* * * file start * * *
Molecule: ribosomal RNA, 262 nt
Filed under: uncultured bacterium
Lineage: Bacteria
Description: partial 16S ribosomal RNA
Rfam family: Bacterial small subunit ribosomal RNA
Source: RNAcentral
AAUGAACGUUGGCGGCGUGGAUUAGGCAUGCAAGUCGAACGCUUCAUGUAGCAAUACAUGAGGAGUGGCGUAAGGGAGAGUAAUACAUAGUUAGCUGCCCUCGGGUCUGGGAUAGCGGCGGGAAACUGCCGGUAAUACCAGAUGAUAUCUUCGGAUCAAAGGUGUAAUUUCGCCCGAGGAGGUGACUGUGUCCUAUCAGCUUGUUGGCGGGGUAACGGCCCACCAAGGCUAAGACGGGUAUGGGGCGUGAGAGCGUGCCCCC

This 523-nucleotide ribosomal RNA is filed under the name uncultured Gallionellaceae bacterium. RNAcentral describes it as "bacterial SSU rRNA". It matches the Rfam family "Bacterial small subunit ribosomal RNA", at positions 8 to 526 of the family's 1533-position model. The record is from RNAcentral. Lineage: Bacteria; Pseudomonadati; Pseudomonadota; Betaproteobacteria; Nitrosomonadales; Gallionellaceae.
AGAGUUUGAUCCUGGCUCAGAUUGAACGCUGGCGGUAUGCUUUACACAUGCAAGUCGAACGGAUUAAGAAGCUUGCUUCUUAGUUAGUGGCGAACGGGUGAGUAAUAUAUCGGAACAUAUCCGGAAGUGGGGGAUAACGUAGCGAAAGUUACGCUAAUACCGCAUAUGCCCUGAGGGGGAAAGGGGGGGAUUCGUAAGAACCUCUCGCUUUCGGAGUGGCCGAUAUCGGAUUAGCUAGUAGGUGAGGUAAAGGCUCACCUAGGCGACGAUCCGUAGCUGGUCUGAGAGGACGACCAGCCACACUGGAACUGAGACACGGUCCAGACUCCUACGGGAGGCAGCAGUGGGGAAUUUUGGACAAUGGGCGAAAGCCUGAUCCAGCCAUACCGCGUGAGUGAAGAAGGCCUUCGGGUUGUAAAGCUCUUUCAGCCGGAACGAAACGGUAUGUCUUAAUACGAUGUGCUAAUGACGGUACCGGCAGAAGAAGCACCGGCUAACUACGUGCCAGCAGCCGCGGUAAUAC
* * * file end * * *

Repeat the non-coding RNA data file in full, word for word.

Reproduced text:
Molecule: ribosomal RNA, 262 nt
Filed under: uncultured bacterium
Lineage: Bacteria
Description: partial 16S ribosomal RNA
Rfam family: Bacterial small subunit ribosomal RNA
Source: RNAcentral
AAUGAACGUUGGCGGCGUGGAUUAGGCAUGCAAGUCGAACGCUUCAUGUAGCAAUACAUGAGGAGUGGCGUAAGGGAGAGUAAUACAUAGUUAGCUGCCCUCGGGUCUGGGAUAGCGGCGGGAAACUGCCGGUAAUACCAGAUGAUAUCUUCGGAUCAAAGGUGUAAUUUCGCCCGAGGAGGUGACUGUGUCCUAUCAGCUUGUUGGCGGGGUAACGGCCCACCAAGGCUAAGACGGGUAUGGGGCGUGAGAGCGUGCCCCC

This 523-nucleotide ribosomal RNA is filed under the name uncultured Gallionellaceae bacterium. RNAcentral describes it as "bacterial SSU rRNA". It matches the Rfam family "Bacterial small subunit ribosomal RNA", at positions 8 to 526 of the family's 1533-position model. The record is from RNAcentral. Lineage: Bacteria; Pseudomonadati; Pseudomonadota; Betaproteobacteria; Nitrosomonadales; Gallionellaceae.
AGAGUUUGAUCCUGGCUCAGAUUGAACGCUGGCGGUAUGCUUUACACAUGCAAGUCGAACGGAUUAAGAAGCUUGCUUCUUAGUUAGUGGCGAACGGGUGAGUAAUAUAUCGGAACAUAUCCGGAAGUGGGGGAUAACGUAGCGAAAGUUACGCUAAUACCGCAUAUGCCCUGAGGGGGAAAGGGGGGGAUUCGUAAGAACCUCUCGCUUUCGGAGUGGCCGAUAUCGGAUUAGCUAGUAGGUGAGGUAAAGGCUCACCUAGGCGACGAUCCGUAGCUGGUCUGAGAGGACGACCAGCCACACUGGAACUGAGACACGGUCCAGACUCCUACGGGAGGCAGCAGUGGGGAAUUUUGGACAAUGGGCGAAAGCCUGAUCCAGCCAUACCGCGUGAGUGAAGAAGGCCUUCGGGUUGUAAAGCUCUUUCAGCCGGAACGAAACGGUAUGUCUUAAUACGAUGUGCUAAUGACGGUACCGGCAGAAGAAGCACCGGCUAACUACGUGCCAGCAGCCGCGGUAAUAC